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From the Motor Sport Archive
The Best Becomes the Worst
Le Mans (Sarthe), June 12th
The Le Mans 24-hour race gave promise of being a gigantic battle this year, and on the Tuesday and Wednesday before the race the cars were presented for scrutineering. The official scrutineering saw that the cars were as quoted on the entry forms and that they complied with all the regulations; it took place in the town of Le Mans and it was rather ominous that continual rain showers occurred throughout both days. The cars passed along a line of check points, each group of officials looking after one particular aspect of the regulations, and then the cars were placed on a patch of sawdust and the engines revved up to see if the exhaust system blew sideways or downwards. This last formality lost much of its point when the rain came for the sawdust became sodden and lay like sand, but nevertheless the informal party atmosphere of this piece of officialdom continued.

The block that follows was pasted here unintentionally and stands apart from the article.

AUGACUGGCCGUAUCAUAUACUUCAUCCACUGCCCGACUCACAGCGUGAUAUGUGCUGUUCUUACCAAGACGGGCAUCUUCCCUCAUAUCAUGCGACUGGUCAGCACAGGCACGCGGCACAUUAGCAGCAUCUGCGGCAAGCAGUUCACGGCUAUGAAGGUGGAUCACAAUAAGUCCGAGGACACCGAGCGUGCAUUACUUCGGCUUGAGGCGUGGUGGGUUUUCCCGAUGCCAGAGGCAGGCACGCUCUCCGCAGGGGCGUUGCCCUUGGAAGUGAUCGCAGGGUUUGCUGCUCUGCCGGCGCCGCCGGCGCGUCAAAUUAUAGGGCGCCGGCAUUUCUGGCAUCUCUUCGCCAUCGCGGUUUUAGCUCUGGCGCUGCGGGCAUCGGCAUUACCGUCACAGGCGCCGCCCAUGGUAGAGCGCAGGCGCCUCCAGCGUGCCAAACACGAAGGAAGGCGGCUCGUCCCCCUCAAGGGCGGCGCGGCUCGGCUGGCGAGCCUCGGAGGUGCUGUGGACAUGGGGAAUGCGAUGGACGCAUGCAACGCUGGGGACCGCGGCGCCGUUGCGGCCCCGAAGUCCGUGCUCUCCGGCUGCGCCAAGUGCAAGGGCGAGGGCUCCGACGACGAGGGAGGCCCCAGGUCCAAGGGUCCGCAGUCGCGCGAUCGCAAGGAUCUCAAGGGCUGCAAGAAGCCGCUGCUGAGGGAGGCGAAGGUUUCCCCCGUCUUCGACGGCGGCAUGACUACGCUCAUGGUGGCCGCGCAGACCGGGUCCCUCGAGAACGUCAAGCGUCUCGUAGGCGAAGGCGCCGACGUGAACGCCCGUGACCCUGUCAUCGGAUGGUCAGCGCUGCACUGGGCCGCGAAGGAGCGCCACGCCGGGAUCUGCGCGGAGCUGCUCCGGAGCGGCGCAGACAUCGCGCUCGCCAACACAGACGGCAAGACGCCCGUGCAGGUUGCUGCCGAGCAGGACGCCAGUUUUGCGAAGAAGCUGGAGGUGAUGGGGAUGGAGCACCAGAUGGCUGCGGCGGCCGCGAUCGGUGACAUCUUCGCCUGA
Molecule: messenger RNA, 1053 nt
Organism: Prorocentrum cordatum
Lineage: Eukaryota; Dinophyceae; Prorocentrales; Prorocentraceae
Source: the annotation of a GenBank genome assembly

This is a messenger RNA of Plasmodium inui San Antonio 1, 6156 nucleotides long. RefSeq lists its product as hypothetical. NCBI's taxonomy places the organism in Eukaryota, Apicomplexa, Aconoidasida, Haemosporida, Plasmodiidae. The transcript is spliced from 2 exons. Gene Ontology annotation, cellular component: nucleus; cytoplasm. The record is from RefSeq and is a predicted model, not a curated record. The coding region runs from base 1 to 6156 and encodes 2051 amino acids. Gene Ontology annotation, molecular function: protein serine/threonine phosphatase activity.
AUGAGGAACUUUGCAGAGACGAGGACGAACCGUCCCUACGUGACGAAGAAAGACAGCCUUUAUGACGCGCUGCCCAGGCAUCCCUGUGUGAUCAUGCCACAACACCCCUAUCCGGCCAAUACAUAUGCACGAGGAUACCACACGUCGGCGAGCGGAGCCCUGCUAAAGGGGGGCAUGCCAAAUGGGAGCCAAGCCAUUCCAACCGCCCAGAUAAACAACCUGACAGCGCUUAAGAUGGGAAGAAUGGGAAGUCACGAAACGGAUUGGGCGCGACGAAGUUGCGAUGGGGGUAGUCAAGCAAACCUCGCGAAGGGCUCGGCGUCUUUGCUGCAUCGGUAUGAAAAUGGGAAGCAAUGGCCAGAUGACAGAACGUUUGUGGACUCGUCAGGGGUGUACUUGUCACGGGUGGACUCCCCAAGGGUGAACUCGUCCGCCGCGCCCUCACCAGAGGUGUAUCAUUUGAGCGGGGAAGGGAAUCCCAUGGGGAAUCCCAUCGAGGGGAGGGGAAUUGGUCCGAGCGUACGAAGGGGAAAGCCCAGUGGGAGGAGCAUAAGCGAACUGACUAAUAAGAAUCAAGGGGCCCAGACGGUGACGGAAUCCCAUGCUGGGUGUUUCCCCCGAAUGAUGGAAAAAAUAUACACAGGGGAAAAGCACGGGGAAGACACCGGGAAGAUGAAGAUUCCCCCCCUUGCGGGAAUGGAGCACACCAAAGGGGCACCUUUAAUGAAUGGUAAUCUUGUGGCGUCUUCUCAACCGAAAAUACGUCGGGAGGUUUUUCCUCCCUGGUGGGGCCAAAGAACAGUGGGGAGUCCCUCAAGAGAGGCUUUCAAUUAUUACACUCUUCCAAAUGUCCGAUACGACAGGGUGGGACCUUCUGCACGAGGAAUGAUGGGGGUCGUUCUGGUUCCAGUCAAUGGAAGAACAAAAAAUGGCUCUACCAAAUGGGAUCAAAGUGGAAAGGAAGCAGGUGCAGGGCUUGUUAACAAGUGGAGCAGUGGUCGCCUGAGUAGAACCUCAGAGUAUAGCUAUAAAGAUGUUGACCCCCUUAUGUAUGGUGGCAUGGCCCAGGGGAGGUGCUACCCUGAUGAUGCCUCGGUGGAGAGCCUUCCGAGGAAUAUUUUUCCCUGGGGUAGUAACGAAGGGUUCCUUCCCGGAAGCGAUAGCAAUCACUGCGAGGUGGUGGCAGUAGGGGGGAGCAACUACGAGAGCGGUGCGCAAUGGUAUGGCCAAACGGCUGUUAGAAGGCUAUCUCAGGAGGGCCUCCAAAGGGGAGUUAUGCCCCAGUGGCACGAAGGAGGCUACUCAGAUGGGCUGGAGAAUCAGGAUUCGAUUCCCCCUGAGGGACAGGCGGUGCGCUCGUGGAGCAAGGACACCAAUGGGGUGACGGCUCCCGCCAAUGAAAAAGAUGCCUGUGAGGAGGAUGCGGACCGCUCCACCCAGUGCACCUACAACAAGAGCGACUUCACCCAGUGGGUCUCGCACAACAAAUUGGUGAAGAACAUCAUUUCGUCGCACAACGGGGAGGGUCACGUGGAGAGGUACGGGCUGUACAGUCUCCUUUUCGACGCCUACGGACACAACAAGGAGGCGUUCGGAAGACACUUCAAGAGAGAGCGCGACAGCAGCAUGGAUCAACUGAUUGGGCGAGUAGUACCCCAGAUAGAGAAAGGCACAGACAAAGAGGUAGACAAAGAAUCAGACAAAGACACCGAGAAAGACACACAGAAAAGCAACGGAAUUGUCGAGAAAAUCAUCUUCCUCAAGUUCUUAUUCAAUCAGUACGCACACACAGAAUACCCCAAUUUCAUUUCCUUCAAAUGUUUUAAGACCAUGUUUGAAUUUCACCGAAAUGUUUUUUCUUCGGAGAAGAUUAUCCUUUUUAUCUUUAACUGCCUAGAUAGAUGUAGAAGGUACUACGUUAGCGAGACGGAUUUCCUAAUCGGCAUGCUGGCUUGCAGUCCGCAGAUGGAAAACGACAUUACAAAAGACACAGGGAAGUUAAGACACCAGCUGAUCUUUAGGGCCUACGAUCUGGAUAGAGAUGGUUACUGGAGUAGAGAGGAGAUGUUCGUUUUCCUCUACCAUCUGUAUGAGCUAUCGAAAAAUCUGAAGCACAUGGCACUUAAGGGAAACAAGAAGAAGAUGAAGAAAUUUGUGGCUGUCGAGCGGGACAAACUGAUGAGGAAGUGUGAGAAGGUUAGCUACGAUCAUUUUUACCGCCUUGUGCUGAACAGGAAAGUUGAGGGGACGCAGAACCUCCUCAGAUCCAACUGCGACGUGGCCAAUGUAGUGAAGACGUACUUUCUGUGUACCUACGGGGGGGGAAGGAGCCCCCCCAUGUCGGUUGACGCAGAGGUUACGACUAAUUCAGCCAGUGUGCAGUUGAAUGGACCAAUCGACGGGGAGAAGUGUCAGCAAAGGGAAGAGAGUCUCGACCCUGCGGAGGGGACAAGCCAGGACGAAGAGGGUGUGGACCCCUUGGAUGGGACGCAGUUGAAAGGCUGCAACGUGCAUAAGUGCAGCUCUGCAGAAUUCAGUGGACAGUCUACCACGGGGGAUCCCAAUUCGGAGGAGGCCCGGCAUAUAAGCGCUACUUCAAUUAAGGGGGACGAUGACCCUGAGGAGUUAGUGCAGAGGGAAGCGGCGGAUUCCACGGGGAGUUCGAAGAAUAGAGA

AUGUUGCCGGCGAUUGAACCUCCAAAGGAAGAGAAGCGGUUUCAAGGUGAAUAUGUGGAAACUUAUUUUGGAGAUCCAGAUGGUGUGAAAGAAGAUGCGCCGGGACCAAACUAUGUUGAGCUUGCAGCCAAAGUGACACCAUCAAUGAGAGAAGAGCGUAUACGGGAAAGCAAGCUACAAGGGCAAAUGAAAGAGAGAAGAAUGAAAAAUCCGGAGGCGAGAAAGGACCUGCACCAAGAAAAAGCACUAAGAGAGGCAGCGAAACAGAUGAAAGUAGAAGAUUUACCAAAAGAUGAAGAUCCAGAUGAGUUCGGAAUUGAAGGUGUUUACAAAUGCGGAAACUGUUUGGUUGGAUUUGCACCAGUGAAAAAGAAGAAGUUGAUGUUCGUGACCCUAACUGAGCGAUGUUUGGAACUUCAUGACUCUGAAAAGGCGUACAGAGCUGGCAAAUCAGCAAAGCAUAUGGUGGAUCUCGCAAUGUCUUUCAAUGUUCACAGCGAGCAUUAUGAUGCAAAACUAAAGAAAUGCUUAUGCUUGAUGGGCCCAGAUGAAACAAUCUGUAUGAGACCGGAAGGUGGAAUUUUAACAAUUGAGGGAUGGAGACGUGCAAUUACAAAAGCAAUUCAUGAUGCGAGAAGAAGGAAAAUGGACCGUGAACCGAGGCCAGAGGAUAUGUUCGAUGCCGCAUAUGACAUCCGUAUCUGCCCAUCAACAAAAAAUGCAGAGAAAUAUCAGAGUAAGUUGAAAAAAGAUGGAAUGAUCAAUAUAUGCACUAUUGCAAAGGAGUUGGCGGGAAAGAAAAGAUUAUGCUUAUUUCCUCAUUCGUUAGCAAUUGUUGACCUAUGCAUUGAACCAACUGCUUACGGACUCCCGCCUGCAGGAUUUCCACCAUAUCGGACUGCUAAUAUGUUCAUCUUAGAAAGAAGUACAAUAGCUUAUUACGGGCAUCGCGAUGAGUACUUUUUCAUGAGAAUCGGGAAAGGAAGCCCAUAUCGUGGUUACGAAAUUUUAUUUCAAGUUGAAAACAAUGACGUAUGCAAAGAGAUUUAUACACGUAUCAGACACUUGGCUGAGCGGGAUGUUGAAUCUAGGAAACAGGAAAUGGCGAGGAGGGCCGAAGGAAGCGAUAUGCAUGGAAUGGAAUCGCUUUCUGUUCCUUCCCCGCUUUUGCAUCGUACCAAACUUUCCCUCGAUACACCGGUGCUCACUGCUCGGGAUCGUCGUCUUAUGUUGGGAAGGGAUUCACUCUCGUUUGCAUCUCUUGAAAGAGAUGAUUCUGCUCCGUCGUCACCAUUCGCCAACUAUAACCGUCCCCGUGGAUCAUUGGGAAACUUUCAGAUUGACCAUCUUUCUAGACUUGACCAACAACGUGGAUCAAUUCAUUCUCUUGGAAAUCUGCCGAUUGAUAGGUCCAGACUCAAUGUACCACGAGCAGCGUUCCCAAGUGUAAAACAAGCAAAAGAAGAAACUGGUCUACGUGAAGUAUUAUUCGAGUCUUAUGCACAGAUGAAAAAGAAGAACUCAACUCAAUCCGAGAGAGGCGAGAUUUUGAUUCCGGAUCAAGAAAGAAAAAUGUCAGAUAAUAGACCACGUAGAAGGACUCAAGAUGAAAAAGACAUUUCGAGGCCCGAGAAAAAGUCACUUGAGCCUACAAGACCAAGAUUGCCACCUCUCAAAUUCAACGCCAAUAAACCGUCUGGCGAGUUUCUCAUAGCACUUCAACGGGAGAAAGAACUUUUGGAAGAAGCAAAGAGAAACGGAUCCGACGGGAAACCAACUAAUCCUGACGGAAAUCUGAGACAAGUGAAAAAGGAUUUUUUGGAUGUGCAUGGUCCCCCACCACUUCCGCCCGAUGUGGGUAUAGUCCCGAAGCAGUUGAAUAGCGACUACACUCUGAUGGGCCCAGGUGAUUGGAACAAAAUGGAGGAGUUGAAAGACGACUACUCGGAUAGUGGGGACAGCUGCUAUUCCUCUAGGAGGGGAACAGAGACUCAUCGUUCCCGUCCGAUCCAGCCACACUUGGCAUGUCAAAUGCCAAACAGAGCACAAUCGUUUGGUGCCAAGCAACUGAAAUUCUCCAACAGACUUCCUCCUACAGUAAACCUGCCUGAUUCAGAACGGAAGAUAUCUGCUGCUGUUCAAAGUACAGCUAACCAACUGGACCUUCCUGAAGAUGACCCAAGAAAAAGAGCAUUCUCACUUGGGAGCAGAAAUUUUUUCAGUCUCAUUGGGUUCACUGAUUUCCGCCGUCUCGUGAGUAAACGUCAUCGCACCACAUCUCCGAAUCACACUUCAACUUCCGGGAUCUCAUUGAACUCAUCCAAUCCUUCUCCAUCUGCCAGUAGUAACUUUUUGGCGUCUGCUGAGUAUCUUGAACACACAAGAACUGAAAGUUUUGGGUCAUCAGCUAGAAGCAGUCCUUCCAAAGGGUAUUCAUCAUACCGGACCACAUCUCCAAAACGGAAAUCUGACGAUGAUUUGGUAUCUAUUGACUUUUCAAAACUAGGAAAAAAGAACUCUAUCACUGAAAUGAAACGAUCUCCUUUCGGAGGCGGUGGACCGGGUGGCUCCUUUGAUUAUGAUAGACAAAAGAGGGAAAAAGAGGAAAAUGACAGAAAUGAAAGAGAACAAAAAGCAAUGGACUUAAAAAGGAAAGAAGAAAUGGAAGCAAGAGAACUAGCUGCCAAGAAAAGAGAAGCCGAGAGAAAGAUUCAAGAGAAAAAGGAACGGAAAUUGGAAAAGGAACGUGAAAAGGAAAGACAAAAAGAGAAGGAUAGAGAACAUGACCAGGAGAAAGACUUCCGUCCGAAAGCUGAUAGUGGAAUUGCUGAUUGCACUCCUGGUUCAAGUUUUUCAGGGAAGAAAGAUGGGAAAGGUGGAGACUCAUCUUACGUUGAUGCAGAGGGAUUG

The regulations governing cars entered for Le Mans are complex in the extreme, with the result that thinly disguised Grand Prix cars can be entered under a dubious title of "prototypes," so that the entry of 70 cars that passed the scrutineering, of which 60 were actually to take part in the race, could be divided into three groups. There were the virtually standard sports cars, such as the three TR2 Triumphs, the Austin-Healey 100S, the M.G.s and the Frazer-Nashes; then could be grouped the racing/sports cars that could be purchased by keen types, such as Aston Martin DB3S, D-type Jaguars, 3-litre Monza Ferraris, 2-litre Maseratis, 550 Porsches, Cooper-Jaguar, Connaught, Kiefts, Lotus, Arnott, Osca and Stanguellini, each with their works models that were just that little bit different; and, finally, the "Grand Prix Formule Libre" cars, such as the 300SLR Mercedes-Benz, the 4.4-litre Ferraris, the Offenhauser-Cunningham, the V12 Lagonda, 450C Bristols, the 3-litre Maseratis, the 3-litre Gordini and the central driving-seat Panhards, D.B.s and Cooper 1,100. The first group, of standard sporting cars, looked most out of place among the rest of the cars.